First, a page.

In a move that broke the hearts of many a tennis fan around the world, Serena Williams recently announced that she would stop playing professional tennis. But today onstage in front of a packed auditorium at TechCrunch Disrupt, she reminded us that while she brings that competitive mindset to running Serena Ventures, an early-stage VC firm, she says that her professional mindset is “quite the opposite” of her investor persona.
“I think that’s a different Serena. I’m very serene,” she says. “I’m the one that brings that very calm disposition.”
Just don’t mistake that tranquility for passivity. Williams still brings her killer instinct to investing out of her fund, along with her general founding partner, Alison Rapaport Stillman.
She also makes diversity a non-negotiable. About 40% of her LPs are women and people of color, something that is practically unheard of in the venture industry. Williams also invests — in the pre-seed, seed and Series A stages — with the mindset that financial inclusion is far more than a buzzword.
“We spend a lot of our time in consumer-facing technology because we want to build products for the communities we want to serve…” she said. “We spend a lot of time on gender and racial equity within the healthcare system, mental health and wellness. These are problems that are facing every community, but especially facing women and people of color, there’s not enough tools and services there for them. So that’s something we’re really focused on.”
Beyond that, Williams prides herself on authenticity and passion and, unsurprisingly, those are characteristics that she looks for in founders, too. According to Stillman, one of Williams’ biggest strengths is being able to read people with just one meeting — being able to tell if a founder really quickly is someone she wants to get to know better, or not.
One of the questions she asks potential portfolio companies is are they operating because “it’s a white space” or are they doing it “because it’s something near and dear to you.”
“I’ve found that usually when it’s near and dear to you, and there’s a space available for it — that’s the winning combo,” Williams said. “But if you’re doing it just because you see it’s a great opportunity, then no matter how big and open it is, it is generally never as good as someone that really has something that they’re actually passionate about.”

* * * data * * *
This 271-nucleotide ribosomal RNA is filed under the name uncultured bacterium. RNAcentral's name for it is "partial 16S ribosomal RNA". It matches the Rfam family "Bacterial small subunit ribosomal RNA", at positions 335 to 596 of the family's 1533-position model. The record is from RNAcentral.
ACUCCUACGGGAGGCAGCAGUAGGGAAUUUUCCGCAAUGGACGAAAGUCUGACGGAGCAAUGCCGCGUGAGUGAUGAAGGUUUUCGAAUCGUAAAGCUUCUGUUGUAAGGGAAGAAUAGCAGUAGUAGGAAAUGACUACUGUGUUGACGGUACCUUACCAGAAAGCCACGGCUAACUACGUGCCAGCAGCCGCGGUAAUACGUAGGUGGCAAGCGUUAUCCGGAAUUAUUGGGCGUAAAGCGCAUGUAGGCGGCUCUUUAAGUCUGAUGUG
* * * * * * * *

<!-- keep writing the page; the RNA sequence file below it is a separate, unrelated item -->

“We like to keep things very authentic,” she insisted. “SV has its own brand. We’re not going to do something that’s not authentic to us or something we don’t believe in.”
She also is curious about more than a founder’s previous successes. She wants to know what founders have not been successful at.
“That shows me that when times get tough, you know what’s coming and you know what to expect and failure is great,” Williams added. “I think it’s a great opportunity to learn and I don’t even like the word failure. I feel like it should be called: ‘I had an opportunity to learn’, that’s what it should be called to me because I feel like that really creates the very next best thing.”
For the unacquainted, Williams’ husband is venture capitalist Alexis Ohanian — founder of 776 and former co-founder of Reddit. Despite having done a couple of deals together in the past, Williams said the couple doesn’t talk about business at all at home and they work to “stay in their own lanes.”
“We are both so competitive,” she said. “I’m internally so competitive. You can’t read my face if inside I’m screaming and dying. We don’t want that so we keep it very separate.”
Speaking of past investments, Williams and Stillman do have a regret or two.
Early on in her investing career, Williams says she passed on a French startup because she “just didn’t have the infrastructure or the time.”
While she wouldn’t name the startup, she did say it was “before people were doing rideshares.”
But just the fact she saw its potential is validation for Williams: that her instincts were right. Stillman also says the firm passed on investing in the Series B round for delivery giant Instacart — which is now on the verge of going public — because it was a bit late stage for them.
“There was still a lot of room for growth, though,” she laughs.